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US To Start Charging Asylum Seekers Application Fees

The US will become just one of just four countries to charge asylum-seekers a fee to apply for protections, according to a finalized policy announced Friday.

The move is just the latest by the Trump administration to target and restrict protections for those fleeing their home countries. The US now joins the ranks of Iran, Fiji, and Australia in charging a fee. In the US, asylum-seekers will be charged $50 on asylum applications starting in October.

“A $50 fee is in line with the fees charged by these other nations,” the US Citizenship and Immigration Services (USCIS) explained in the final rule posted Friday.

However, one asylum officer who spoke with BuzzFeed News on condition of anonymity said the fee was discouraging.

“The larger problem is that humanitarian applications by their nature should be free,” the officer said. “The idea of charging people who are fleeing — and not helping if they don’t pay up — is disgusting.”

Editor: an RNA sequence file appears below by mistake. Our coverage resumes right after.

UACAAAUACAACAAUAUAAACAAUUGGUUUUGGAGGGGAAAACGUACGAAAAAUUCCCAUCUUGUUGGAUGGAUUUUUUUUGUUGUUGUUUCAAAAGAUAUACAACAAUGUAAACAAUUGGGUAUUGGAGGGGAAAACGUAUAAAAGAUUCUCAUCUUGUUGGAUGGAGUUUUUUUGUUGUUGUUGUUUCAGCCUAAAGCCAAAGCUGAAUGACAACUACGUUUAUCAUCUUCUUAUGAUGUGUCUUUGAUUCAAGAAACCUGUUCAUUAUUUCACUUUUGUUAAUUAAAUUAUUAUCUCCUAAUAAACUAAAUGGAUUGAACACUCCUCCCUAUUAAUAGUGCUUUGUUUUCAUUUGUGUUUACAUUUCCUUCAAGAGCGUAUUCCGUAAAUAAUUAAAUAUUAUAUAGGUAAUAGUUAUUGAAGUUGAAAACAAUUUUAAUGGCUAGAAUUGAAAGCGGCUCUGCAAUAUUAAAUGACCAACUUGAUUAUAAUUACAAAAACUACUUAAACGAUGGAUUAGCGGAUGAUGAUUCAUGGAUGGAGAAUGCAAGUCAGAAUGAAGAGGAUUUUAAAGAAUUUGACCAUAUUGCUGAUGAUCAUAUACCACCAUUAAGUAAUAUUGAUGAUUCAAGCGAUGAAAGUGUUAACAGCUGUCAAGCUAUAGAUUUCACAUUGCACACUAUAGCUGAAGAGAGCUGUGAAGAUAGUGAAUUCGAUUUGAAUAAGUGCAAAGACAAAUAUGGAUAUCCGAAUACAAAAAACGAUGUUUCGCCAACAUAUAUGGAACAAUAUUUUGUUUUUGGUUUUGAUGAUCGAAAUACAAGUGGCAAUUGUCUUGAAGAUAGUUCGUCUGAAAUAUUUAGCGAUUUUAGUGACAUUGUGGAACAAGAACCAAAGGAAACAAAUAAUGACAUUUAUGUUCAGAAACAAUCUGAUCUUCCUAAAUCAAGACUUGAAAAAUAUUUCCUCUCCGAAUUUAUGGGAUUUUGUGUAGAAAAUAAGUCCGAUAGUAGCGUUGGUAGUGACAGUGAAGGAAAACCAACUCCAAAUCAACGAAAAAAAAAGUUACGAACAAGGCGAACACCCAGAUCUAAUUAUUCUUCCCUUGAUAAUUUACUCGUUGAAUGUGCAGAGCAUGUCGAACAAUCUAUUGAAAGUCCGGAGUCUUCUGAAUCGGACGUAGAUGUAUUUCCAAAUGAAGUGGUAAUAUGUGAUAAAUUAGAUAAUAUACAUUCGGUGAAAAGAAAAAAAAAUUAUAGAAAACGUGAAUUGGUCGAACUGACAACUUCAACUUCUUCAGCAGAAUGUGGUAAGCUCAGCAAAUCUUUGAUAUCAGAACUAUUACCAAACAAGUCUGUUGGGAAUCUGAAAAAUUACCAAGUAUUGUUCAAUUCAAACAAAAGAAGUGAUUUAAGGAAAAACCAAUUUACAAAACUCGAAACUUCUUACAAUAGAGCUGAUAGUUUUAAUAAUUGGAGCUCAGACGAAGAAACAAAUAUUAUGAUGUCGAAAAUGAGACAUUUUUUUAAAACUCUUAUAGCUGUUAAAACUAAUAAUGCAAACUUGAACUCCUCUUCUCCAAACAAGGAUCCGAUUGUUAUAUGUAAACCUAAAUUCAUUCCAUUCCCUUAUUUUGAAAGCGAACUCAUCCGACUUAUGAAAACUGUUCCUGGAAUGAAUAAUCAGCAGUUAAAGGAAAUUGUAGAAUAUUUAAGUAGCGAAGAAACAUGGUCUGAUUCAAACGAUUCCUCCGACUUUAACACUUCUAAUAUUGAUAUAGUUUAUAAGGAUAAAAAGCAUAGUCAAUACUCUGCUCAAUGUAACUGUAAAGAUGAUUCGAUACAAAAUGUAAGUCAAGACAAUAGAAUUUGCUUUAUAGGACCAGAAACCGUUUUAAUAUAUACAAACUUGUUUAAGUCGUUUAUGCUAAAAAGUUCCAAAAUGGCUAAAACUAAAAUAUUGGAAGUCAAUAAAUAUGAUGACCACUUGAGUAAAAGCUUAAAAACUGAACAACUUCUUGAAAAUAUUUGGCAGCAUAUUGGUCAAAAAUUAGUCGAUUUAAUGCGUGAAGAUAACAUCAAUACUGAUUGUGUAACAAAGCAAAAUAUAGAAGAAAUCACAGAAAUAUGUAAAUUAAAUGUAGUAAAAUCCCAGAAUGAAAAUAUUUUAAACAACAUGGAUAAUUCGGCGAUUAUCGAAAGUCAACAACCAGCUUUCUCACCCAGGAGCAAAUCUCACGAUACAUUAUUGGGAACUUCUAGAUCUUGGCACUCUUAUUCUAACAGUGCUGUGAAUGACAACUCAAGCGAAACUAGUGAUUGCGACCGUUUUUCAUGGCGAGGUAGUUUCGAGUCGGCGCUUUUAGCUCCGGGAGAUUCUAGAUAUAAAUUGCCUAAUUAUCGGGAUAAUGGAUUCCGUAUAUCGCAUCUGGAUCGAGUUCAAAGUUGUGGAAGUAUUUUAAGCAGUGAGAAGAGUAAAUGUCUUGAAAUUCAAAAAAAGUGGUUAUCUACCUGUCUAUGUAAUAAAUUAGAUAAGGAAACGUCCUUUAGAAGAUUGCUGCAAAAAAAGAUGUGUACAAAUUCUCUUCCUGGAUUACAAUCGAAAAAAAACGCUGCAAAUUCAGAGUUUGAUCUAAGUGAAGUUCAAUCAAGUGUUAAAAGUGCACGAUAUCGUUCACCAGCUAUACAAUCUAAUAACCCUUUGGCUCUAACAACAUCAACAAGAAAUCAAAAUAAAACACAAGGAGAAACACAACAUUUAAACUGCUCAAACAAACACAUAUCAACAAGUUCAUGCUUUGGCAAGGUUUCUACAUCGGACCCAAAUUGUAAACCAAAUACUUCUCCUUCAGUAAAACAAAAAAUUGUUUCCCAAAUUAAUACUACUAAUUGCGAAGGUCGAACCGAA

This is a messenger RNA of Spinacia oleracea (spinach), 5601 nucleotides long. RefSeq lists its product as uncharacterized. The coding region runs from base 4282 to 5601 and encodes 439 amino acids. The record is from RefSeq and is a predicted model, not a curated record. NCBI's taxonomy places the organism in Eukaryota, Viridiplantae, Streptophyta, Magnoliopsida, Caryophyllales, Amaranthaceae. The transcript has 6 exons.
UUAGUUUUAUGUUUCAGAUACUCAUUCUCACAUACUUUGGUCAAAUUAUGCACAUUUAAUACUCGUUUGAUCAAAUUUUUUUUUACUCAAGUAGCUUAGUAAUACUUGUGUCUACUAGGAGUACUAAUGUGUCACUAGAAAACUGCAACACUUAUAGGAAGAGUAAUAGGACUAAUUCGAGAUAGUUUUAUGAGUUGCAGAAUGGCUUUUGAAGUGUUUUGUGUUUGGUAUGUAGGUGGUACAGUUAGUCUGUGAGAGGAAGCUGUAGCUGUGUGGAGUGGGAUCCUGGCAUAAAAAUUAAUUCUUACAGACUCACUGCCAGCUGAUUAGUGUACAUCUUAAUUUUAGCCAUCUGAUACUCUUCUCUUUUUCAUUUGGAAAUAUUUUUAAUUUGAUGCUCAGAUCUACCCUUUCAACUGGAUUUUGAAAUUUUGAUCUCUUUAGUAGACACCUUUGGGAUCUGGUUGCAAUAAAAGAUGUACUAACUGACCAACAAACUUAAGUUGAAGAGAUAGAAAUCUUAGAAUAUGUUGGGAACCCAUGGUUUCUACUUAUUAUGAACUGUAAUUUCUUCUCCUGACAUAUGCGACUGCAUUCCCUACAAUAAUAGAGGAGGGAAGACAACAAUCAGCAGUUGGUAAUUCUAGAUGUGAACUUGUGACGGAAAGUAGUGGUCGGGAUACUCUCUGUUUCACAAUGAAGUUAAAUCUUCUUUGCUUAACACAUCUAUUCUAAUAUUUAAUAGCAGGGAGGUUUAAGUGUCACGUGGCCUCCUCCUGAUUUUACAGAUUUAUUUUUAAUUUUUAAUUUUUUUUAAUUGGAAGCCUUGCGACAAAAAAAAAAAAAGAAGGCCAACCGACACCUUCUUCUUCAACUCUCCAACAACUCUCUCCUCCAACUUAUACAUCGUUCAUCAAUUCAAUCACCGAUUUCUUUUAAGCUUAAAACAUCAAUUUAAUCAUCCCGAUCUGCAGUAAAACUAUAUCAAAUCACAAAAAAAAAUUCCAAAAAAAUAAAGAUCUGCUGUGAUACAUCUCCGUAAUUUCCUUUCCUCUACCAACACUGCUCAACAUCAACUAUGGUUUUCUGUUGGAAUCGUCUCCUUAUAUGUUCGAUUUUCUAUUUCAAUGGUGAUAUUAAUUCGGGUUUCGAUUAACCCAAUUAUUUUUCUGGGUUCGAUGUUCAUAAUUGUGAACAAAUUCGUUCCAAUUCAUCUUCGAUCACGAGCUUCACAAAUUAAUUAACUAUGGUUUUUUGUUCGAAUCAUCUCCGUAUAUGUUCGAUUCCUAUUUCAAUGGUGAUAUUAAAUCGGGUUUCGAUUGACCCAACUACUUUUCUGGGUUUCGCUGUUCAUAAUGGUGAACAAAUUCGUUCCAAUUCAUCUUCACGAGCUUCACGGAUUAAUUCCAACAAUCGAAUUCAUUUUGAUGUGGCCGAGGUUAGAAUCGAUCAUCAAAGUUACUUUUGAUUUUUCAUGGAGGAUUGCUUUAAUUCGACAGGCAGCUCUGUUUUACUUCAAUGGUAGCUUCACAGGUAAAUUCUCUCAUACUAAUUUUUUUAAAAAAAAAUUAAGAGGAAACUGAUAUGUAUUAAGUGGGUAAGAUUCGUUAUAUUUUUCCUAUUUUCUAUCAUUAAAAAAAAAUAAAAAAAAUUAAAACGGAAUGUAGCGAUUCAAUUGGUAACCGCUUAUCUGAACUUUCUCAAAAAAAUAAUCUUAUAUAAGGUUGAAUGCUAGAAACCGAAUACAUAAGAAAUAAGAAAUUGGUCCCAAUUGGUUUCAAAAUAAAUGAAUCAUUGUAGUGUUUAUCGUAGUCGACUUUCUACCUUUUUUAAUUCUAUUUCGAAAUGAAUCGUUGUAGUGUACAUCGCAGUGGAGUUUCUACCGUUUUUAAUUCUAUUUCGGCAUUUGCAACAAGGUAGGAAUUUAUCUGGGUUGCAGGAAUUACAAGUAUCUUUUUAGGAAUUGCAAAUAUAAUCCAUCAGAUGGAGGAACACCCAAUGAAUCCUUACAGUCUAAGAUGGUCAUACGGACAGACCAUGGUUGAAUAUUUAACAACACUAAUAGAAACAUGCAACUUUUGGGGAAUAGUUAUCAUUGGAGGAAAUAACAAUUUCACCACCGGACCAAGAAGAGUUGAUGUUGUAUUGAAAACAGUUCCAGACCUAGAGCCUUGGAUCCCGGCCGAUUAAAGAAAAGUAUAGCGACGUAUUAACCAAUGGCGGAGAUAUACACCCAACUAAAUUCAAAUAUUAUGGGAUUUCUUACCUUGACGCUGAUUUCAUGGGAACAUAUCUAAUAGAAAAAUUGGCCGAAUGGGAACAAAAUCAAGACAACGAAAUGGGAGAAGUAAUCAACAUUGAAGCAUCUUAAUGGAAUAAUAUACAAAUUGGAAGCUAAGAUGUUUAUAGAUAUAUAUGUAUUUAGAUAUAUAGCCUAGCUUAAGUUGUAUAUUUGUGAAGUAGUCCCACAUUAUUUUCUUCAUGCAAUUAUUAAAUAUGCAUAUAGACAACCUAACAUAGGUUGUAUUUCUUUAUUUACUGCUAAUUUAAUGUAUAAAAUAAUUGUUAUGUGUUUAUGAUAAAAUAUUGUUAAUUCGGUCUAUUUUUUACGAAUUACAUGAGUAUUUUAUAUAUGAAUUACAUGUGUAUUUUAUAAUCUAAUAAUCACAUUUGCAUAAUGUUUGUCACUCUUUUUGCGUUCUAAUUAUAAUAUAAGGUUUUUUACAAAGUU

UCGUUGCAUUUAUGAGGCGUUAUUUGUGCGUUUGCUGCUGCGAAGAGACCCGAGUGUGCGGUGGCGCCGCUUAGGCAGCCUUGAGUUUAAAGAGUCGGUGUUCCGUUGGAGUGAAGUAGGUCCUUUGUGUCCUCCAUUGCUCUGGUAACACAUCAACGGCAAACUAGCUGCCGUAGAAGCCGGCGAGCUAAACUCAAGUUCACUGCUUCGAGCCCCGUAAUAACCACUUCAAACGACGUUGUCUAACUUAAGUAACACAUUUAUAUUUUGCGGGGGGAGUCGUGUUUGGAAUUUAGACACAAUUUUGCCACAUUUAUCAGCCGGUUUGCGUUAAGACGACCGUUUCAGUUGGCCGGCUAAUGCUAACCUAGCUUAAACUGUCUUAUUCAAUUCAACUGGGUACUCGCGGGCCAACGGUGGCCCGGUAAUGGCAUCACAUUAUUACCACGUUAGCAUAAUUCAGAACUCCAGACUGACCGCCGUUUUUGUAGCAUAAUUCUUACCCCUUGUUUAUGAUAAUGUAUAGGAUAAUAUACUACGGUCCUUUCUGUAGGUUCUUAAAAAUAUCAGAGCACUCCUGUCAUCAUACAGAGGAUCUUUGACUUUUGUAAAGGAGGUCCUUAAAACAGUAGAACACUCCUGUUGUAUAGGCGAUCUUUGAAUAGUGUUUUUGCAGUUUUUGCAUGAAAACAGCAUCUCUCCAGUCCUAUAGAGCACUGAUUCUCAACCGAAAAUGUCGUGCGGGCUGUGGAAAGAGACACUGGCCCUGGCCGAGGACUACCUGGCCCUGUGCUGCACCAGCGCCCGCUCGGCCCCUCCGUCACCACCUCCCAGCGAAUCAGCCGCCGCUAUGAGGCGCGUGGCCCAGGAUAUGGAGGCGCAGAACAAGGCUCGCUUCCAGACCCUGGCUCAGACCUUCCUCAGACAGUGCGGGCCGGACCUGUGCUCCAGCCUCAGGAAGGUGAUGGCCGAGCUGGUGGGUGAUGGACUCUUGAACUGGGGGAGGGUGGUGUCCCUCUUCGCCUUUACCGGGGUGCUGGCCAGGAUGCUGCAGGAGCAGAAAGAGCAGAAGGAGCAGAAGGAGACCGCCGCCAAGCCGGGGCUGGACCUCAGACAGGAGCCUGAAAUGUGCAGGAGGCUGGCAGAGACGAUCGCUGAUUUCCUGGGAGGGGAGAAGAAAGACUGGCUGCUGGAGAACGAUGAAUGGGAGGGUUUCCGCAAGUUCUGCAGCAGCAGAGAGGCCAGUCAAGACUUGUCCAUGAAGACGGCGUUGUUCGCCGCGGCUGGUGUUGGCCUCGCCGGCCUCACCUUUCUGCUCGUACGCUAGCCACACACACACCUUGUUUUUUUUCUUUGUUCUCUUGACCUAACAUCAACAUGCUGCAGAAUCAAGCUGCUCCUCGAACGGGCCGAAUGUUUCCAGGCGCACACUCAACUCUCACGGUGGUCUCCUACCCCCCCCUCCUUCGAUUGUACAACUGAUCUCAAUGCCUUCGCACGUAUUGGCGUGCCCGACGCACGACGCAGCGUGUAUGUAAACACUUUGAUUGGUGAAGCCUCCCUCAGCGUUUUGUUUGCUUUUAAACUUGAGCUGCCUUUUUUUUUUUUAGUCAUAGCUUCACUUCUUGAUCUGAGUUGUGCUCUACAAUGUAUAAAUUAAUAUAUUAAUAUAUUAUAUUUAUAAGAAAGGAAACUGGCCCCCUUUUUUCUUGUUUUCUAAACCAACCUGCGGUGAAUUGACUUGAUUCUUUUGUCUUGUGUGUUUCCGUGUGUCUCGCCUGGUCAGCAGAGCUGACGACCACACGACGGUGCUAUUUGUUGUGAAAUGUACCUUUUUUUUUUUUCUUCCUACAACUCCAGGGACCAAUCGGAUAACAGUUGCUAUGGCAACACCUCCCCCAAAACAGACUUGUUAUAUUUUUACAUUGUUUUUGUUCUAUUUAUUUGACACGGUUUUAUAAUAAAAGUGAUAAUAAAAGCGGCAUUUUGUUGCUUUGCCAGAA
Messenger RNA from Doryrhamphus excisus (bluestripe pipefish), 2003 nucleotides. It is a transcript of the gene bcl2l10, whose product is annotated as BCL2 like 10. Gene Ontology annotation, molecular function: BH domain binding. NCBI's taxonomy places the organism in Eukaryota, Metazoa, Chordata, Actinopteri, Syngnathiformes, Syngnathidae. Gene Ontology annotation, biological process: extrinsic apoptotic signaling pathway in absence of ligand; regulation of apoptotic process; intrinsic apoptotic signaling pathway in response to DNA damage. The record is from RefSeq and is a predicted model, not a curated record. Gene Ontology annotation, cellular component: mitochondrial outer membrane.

Another asylum officer said it will cost the agency more to collect the fee than $50, “which doesn’t come close to covering the cost of adjudicating an asylum application.”

“This is a penalty against asylum applicants,” the officer added.

The asylum fee is just one of many changes included in the rule issued by USCIS, which is primarily funded by immigrants’ applications, such as filing for a green card or work permit. The agency is required to review its fee structure every two years.

The final rule will make it so immigrants seeking to naturalize and applying to become US citizens will have to pay upwards of $1,170, a jump from $640.

Agency officials said Friday the rule was increasing fees for many applications to recoup money it needs to remain functioning.

“USCIS is required to examine incoming and outgoing expenditures and make adjustments based on that analysis,” USCIS deputy director for policy Joseph Edlow said in a statement. “These overdue adjustments in fees are necessary to efficiently and fairly administer our nation’s lawful immigration system, secure the homeland and protect Americans.”